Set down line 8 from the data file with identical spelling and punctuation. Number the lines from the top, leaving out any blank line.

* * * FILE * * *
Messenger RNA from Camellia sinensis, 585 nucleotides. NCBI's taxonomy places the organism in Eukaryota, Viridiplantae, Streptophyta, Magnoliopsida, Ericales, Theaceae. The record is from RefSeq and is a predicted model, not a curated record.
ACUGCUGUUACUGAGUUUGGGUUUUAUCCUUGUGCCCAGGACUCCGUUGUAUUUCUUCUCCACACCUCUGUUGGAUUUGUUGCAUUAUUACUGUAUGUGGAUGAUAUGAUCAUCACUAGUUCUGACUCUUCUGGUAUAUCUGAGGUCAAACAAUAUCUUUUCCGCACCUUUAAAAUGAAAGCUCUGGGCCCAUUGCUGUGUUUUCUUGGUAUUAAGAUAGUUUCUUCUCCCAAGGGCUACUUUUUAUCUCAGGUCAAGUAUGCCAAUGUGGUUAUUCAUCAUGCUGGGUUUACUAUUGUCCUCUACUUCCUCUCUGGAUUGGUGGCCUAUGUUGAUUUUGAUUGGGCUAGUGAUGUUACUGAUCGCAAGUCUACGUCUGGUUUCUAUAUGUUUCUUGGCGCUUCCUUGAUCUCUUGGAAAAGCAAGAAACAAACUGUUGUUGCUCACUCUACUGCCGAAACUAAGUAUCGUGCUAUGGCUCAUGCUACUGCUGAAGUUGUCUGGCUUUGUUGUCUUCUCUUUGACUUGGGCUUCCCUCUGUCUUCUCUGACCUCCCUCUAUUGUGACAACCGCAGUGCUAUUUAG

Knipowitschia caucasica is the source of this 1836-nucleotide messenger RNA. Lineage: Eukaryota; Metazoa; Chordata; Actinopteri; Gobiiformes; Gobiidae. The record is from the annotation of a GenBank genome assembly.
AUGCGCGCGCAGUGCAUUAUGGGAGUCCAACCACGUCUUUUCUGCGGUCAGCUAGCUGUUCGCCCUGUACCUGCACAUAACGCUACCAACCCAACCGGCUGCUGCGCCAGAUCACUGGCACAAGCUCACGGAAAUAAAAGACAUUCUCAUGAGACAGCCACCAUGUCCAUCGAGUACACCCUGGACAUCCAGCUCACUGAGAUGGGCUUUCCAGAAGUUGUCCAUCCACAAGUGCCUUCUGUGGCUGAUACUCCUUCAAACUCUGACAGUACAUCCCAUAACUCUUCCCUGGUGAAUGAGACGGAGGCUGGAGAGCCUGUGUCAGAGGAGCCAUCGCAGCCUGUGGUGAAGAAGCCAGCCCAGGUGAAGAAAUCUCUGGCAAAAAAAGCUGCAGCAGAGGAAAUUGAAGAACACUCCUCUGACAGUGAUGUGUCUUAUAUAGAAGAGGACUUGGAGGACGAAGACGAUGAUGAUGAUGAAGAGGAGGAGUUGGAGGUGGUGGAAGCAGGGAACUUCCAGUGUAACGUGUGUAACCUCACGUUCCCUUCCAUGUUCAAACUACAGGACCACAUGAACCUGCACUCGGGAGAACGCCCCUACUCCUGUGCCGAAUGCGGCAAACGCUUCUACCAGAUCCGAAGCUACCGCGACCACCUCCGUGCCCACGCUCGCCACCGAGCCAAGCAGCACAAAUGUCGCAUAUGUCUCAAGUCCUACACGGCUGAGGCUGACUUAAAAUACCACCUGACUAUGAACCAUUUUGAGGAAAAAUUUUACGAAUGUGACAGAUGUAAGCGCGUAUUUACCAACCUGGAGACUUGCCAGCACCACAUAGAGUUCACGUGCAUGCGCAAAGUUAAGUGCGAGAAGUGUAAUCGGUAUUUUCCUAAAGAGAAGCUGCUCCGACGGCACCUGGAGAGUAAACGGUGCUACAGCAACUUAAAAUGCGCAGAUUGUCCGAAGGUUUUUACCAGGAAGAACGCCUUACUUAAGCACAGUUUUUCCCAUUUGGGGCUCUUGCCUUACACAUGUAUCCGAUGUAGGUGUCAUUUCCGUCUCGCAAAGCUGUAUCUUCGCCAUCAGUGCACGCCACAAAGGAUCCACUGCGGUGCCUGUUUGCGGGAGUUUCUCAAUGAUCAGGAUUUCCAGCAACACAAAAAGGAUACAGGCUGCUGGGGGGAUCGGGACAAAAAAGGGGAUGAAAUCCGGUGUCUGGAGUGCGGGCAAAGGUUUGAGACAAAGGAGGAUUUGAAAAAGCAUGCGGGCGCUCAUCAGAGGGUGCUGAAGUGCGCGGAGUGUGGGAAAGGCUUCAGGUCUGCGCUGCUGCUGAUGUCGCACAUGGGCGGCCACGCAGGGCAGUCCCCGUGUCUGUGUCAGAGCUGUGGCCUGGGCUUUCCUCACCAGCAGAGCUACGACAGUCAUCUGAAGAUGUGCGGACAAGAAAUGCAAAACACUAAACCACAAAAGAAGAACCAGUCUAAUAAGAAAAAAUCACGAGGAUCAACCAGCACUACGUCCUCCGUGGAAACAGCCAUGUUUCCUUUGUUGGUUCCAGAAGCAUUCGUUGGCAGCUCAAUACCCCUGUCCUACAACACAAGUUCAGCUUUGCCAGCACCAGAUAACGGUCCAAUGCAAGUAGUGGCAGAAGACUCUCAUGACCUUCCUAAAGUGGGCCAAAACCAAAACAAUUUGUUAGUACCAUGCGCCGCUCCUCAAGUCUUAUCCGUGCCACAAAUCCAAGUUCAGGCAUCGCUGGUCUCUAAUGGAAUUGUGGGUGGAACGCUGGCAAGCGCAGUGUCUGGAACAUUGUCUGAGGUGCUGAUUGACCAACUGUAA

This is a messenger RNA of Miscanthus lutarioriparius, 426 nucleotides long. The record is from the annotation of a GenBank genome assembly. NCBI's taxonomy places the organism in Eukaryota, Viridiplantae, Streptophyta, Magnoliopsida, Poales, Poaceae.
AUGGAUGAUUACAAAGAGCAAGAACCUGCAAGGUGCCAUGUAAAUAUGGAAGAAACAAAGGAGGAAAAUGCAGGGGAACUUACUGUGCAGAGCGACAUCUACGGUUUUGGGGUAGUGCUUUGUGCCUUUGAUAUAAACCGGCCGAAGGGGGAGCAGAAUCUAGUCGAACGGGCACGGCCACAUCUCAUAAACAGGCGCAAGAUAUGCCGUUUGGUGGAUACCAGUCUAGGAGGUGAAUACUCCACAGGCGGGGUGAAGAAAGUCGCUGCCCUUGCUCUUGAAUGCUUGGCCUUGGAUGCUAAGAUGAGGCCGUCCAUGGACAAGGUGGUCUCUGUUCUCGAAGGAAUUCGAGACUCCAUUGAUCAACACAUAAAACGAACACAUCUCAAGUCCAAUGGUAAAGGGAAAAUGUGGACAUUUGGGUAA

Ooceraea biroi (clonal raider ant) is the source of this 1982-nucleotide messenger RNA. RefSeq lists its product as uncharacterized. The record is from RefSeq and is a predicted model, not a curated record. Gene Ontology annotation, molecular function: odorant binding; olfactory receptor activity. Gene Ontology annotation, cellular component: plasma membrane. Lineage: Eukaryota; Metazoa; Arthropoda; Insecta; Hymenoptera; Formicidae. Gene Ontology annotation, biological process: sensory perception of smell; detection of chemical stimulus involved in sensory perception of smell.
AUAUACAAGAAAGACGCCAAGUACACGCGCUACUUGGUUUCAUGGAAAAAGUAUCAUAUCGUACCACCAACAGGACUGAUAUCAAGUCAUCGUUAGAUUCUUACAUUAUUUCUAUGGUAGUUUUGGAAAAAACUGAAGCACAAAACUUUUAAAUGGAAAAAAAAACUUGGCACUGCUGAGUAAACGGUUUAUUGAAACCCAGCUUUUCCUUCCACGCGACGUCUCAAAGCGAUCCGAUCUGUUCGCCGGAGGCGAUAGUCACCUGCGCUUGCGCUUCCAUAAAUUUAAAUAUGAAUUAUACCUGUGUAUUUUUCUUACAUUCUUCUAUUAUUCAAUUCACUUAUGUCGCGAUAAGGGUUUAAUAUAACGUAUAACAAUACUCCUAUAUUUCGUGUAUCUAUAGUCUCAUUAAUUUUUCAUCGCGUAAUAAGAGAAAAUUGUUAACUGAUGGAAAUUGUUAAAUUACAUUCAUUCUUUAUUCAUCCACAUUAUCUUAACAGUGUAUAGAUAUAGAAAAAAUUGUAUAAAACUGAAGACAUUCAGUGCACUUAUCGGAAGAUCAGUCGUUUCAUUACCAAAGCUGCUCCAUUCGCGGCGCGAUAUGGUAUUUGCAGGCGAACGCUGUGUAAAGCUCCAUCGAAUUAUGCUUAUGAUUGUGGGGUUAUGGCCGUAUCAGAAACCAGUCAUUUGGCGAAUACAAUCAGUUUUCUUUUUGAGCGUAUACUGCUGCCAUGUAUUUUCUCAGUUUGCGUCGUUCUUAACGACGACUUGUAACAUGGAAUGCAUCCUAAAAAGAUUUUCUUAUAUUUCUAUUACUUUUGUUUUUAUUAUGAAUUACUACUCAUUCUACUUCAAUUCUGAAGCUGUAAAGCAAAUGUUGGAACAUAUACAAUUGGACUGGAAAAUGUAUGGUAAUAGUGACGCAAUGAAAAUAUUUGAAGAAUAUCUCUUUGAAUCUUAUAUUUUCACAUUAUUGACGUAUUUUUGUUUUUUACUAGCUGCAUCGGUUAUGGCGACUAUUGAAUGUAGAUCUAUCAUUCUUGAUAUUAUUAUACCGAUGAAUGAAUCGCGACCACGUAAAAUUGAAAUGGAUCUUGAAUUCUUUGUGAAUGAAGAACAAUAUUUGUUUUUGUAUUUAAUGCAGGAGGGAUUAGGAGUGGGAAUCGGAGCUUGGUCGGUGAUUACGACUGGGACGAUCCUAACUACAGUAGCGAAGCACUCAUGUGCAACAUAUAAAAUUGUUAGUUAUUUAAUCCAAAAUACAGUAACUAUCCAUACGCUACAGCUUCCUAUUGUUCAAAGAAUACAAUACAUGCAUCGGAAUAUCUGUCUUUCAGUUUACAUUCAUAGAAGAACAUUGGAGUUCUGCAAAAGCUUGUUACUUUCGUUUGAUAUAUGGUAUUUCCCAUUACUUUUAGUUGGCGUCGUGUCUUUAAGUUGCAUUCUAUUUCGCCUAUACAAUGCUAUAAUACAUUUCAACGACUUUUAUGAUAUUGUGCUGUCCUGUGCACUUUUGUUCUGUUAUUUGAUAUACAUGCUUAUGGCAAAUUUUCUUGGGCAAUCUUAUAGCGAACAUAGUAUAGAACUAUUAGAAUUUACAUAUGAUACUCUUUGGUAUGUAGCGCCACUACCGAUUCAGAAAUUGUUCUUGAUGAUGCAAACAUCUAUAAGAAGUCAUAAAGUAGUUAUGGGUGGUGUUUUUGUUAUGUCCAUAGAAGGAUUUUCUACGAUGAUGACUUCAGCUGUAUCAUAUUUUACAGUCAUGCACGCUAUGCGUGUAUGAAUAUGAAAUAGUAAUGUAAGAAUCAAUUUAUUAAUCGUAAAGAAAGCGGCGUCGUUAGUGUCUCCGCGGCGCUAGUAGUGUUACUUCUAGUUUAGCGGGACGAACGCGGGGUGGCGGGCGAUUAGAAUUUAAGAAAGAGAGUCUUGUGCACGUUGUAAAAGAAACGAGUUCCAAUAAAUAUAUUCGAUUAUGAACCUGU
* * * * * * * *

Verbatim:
AUAUACAAGAAAGACGCCAAGUACACGCGCUACUUGGUUUCAUGGAAAAAGUAUCAUAUCGUACCACCAACAGGACUGAUAUCAAGUCAUCGUUAGAUUCUUACAUUAUUUCUAUGGUAGUUUUGGAAAAAACUGAAGCACAAAACUUUUAAAUGGAAAAAAAAACUUGGCACUGCUGAGUAAACGGUUUAUUGAAACCCAGCUUUUCCUUCCACGCGACGUCUCAAAGCGAUCCGAUCUGUUCGCCGGAGGCGAUAGUCACCUGCGCUUGCGCUUCCAUAAAUUUAAAUAUGAAUUAUACCUGUGUAUUUUUCUUACAUUCUUCUAUUAUUCAAUUCACUUAUGUCGCGAUAAGGGUUUAAUAUAACGUAUAACAAUACUCCUAUAUUUCGUGUAUCUAUAGUCUCAUUAAUUUUUCAUCGCGUAAUAAGAGAAAAUUGUUAACUGAUGGAAAUUGUUAAAUUACAUUCAUUCUUUAUUCAUCCACAUUAUCUUAACAGUGUAUAGAUAUAGAAAAAAUUGUAUAAAACUGAAGACAUUCAGUGCACUUAUCGGAAGAUCAGUCGUUUCAUUACCAAAGCUGCUCCAUUCGCGGCGCGAUAUGGUAUUUGCAGGCGAACGCUGUGUAAAGCUCCAUCGAAUUAUGCUUAUGAUUGUGGGGUUAUGGCCGUAUCAGAAACCAGUCAUUUGGCGAAUACAAUCAGUUUUCUUUUUGAGCGUAUACUGCUGCCAUGUAUUUUCUCAGUUUGCGUCGUUCUUAACGACGACUUGUAACAUGGAAUGCAUCCUAAAAAGAUUUUCUUAUAUUUCUAUUACUUUUGUUUUUAUUAUGAAUUACUACUCAUUCUACUUCAAUUCUGAAGCUGUAAAGCAAAUGUUGGAACAUAUACAAUUGGACUGGAAAAUGUAUGGUAAUAGUGACGCAAUGAAAAUAUUUGAAGAAUAUCUCUUUGAAUCUUAUAUUUUCACAUUAUUGACGUAUUUUUGUUUUUUACUAGCUGCAUCGGUUAUGGCGACUAUUGAAUGUAGAUCUAUCAUUCUUGAUAUUAUUAUACCGAUGAAUGAAUCGCGACCACGUAAAAUUGAAAUGGAUCUUGAAUUCUUUGUGAAUGAAGAACAAUAUUUGUUUUUGUAUUUAAUGCAGGAGGGAUUAGGAGUGGGAAUCGGAGCUUGGUCGGUGAUUACGACUGGGACGAUCCUAACUACAGUAGCGAAGCACUCAUGUGCAACAUAUAAAAUUGUUAGUUAUUUAAUCCAAAAUACAGUAACUAUCCAUACGCUACAGCUUCCUAUUGUUCAAAGAAUACAAUACAUGCAUCGGAAUAUCUGUCUUUCAGUUUACAUUCAUAGAAGAACAUUGGAGUUCUGCAAAAGCUUGUUACUUUCGUUUGAUAUAUGGUAUUUCCCAUUACUUUUAGUUGGCGUCGUGUCUUUAAGUUGCAUUCUAUUUCGCCUAUACAAUGCUAUAAUACAUUUCAACGACUUUUAUGAUAUUGUGCUGUCCUGUGCACUUUUGUUCUGUUAUUUGAUAUACAUGCUUAUGGCAAAUUUUCUUGGGCAAUCUUAUAGCGAACAUAGUAUAGAACUAUUAGAAUUUACAUAUGAUACUCUUUGGUAUGUAGCGCCACUACCGAUUCAGAAAUUGUUCUUGAUGAUGCAAACAUCUAUAAGAAGUCAUAAAGUAGUUAUGGGUGGUGUUUUUGUUAUGUCCAUAGAAGGAUUUUCUACGAUGAUGACUUCAGCUGUAUCAUAUUUUACAGUCAUGCACGCUAUGCGUGUAUGAAUAUGAAAUAGUAAUGUAAGAAUCAAUUUAUUAAUCGUAAAGAAAGCGGCGUCGUUAGUGUCUCCGCGGCGCUAGUAGUGUUACUUCUAGUUUAGCGGGACGAACGCGGGGUGGCGGGCGAUUAGAAUUUAAGAAAGAGAGUCUUGUGCACGUUGUAAAAGAAACGAGUUCCAAUAAAUAUAUUCGAUUAUGAACCUGU